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Euan T
Euan T

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Validating strings at compile time in Zig

The scenario is simple, and unfortunately quite common when interfacing with libraries designed for C: you have a library function which takes a single string parameter which can only contain a list of pre-defined values.

Take, for example, the pledge(2) system call from OpenBSD. This system call is quite simple, and takes two parameters — both of which are strings that may only contain a pre-defined list of promises.

Passing a string with an invalid promise value (such as a spelling mistake) will result in an error at runtime. Wouldn't it be nice if we could instead catch such an issue at compile time?

That's exactly what we're going to do, using the Zig programming language.

Note: this is extracted from a blog post on my site, which looks at some alternative approaches in a couple of other languages

What is Zig?

Zig is described as:

Zig is a general-purpose programming language and toolchain for maintaining robust, optimal, and reusable software.

It is a language with a C-like syntax that aims to replace C. It brings some useful tools to the table, including comprehensive support for running code at compile time.

It's this functionality that we will be using in this post.

Defining the problem

Our problem is going to take some queues from the pledge(2) system call, though we are going to simplify it a bit:

  • In this case, the system call will only have 1 string parameter.
  • In this case, there will be drastically fewer promises available:
    • stdio
    • rpath
    • wpath
    • path
    • dpath
  • Our function signature should look something like the following:

    int pledge(const char *promiseList);
  • The promiseList parameter should be a string containing only the promises set of available promises, separated by a single space.

Writing some Zig

Let's write some code!

Creating an enum to represent the available promises

As we have a limited set of pre-defined promises, the easiest way to represent these values is as an enum.

Let's start off by defining one, named Promises:

const Promises = enum {
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This should be quite familiar to most with some experience using c-like languages such as C# or Java.

Writing a function to validate a string of promises

We should probably create a function that will take a string of promises separated by spaces and ensure all the values are valid, well-known values.

Luckily, Zig's standard library has some functions to help with this:

We can use these functions to iterate through all sub-values in a promises string and try to parse them as members of the Promises enum:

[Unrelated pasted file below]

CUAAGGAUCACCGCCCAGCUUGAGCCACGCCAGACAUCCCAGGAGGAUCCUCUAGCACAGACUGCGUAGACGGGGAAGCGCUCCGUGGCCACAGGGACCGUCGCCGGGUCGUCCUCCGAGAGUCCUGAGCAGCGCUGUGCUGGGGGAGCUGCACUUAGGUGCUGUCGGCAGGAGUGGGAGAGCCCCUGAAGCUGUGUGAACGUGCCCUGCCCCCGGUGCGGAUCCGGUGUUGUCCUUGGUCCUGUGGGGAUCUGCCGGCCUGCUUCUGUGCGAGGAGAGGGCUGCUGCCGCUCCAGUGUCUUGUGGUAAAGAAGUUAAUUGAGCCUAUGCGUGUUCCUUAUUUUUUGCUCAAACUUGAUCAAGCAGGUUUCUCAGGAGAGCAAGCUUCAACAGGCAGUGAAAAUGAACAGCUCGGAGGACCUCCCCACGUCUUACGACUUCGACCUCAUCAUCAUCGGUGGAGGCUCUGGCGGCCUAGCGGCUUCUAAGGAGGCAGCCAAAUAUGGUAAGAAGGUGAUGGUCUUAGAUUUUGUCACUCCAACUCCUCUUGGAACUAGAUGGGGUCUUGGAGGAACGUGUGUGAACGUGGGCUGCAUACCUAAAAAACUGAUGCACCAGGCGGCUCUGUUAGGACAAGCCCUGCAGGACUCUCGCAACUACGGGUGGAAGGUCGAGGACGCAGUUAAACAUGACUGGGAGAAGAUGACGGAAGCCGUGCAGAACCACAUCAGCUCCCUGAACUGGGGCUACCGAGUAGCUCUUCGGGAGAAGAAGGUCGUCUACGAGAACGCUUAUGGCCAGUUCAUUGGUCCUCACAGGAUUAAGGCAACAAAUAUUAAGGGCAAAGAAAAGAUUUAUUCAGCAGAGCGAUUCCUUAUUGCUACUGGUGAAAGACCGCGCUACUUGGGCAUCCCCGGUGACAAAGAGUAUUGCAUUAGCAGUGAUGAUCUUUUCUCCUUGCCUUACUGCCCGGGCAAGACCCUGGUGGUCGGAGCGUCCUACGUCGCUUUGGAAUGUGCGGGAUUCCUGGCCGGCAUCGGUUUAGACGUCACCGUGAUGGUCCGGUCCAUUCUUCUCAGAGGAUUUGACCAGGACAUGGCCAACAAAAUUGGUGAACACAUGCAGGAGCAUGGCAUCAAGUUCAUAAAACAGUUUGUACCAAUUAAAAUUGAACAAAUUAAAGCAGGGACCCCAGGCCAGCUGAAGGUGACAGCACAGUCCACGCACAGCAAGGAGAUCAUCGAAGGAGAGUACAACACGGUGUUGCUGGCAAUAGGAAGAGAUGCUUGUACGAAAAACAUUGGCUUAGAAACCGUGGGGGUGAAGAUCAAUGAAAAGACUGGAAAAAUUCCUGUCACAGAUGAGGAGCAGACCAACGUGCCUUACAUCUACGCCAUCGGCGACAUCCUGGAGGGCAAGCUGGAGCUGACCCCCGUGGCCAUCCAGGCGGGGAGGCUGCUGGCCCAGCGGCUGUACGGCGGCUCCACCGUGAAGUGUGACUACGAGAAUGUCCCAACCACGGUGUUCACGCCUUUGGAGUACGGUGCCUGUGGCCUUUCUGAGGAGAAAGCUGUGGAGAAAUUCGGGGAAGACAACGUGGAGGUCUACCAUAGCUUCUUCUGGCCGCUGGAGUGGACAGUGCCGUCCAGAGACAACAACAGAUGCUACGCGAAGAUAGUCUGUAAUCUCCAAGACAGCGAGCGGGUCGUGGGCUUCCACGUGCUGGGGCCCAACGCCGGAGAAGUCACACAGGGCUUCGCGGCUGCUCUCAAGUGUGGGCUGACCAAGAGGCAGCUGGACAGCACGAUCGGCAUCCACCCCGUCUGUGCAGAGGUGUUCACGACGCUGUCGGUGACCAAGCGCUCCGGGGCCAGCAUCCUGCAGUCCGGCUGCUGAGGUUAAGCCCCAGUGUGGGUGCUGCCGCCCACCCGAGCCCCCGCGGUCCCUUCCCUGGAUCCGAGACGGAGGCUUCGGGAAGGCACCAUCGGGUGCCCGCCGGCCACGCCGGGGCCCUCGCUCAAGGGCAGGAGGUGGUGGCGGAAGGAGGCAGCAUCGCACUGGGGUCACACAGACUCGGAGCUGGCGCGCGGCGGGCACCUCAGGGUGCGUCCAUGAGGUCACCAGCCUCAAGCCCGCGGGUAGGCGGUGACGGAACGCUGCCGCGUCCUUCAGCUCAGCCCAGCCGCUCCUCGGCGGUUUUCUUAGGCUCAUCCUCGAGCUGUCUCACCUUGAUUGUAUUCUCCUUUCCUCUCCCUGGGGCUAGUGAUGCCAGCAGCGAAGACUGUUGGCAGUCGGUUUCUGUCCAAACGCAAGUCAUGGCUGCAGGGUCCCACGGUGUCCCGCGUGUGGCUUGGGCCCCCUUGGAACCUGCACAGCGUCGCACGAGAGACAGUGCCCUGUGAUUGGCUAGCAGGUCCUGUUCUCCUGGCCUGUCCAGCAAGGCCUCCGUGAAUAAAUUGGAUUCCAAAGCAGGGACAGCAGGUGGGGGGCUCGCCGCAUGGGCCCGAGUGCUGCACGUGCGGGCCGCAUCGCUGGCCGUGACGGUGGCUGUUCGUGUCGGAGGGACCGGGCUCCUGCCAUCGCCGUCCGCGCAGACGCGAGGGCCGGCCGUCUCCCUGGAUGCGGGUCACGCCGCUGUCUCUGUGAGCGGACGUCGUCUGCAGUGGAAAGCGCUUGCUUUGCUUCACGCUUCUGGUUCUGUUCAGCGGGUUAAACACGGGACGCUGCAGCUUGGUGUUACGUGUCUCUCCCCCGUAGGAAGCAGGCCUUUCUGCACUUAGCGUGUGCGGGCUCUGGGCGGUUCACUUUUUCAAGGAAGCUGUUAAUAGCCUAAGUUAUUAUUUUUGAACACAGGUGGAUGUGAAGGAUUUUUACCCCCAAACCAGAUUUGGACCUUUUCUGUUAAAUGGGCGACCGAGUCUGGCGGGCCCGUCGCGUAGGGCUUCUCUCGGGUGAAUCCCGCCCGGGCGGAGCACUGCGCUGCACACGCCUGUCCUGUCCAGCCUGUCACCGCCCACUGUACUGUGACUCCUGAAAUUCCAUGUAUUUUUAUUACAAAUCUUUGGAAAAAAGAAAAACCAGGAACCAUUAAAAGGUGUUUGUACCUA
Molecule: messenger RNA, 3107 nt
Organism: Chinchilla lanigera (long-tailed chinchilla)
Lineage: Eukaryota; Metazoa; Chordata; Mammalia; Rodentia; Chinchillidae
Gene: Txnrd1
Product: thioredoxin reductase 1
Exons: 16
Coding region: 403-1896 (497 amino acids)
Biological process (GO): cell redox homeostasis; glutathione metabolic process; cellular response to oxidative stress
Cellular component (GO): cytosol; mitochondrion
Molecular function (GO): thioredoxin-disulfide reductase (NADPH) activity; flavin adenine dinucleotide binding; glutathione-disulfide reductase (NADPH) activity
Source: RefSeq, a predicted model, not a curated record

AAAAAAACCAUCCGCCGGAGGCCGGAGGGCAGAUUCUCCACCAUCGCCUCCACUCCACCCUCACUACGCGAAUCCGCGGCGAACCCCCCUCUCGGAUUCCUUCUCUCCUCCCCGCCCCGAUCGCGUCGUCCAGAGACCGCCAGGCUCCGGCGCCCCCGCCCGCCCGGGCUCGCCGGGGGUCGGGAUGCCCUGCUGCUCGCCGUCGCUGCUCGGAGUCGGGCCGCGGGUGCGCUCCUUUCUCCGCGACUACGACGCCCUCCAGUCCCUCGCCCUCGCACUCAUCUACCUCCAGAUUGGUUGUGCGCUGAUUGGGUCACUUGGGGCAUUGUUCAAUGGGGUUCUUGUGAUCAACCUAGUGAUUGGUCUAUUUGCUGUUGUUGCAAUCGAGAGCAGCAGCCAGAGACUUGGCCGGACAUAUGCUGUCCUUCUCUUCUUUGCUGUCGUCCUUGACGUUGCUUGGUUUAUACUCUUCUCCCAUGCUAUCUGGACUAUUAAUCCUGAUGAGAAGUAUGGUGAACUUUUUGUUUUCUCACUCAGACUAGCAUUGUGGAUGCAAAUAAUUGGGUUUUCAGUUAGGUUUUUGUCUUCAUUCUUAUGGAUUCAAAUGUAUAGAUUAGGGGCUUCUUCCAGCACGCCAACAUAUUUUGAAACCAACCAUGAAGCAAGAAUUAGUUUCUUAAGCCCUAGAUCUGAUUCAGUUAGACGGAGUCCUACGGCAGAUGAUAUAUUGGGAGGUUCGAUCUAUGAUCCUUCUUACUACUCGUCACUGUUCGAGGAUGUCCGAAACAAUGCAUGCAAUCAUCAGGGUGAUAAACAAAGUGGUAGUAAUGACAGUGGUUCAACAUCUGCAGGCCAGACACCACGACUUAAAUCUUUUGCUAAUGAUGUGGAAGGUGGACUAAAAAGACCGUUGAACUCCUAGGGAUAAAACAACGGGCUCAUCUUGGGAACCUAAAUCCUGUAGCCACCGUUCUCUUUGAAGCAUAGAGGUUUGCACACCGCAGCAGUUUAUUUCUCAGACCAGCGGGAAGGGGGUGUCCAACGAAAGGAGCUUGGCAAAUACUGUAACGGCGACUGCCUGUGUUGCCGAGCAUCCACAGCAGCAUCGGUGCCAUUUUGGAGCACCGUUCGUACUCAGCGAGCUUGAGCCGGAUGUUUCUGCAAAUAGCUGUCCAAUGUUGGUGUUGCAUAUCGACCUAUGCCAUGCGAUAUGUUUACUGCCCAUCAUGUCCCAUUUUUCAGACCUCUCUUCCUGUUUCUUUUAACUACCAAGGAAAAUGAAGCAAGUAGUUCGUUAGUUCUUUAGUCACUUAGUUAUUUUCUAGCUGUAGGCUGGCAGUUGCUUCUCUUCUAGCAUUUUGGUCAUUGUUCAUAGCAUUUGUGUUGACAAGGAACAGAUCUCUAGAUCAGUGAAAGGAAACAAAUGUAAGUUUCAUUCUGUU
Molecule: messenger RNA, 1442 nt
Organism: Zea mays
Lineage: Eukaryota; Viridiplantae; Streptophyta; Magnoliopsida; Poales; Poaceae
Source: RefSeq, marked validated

const std = @import("std");
const tokenize = std.mem.tokenize;
const stringToEnum = std.meta.stringToEnum;

fn validatePromises(promises: []const u8) bool {
    var splitter = tokenize(promises, " ");

    while ( |s| {
        _ = stringToEnum(Promises, s) orelse return false;

    return true;
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If any of the values within the promises string fail to parse, we return false. However, if they all parse successfully, we return true.

Calling validatePromises at compile time

This is where the magic happens. We now have a way to validate a promises string, but we need to call it at compile time.

Luckily, Zig has an awesome comptime concept. We can easily declare that certain arguments passed to functions should be known at compile time, and run whole blocks of code at compile time using those parameters. For example:

const warn = std.debug.warn;

fn promise(comptime promises: []const u8) void {
    comptime {
        if (!validatePromises(promises)) {
            @compileError("invalid promises: " ++ promises);

    warn("valid promises: {}", .{promises});
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This code will call the validatePromises function at compile time with the passed in promises string. If the validation fails, a compiler error is emitted, including the invalid promises.

This results in a build failure like the following:

./src/main.zig:28:13: error: invalid promises: stdio foobar
            @compileError("invalid promises: " ++ promises);
./src/main.zig:37:16: note: called from here
        promise("stdio foobar");
./src/main.zig:35:29: note: called from here
pub fn main() anyerror!void {
app...The following command exited with error code 1:

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Putting it all together

I've only scratched the surface of what's possible with Zig's comptime facilities here, but I hope I've given you some inspiration to give it a try.

I'd love to see what other ideas you think up with this kind of approach. For now, I've got a simple repository available with the working source code for this Zig implementation, along with a Nim version and a D version.

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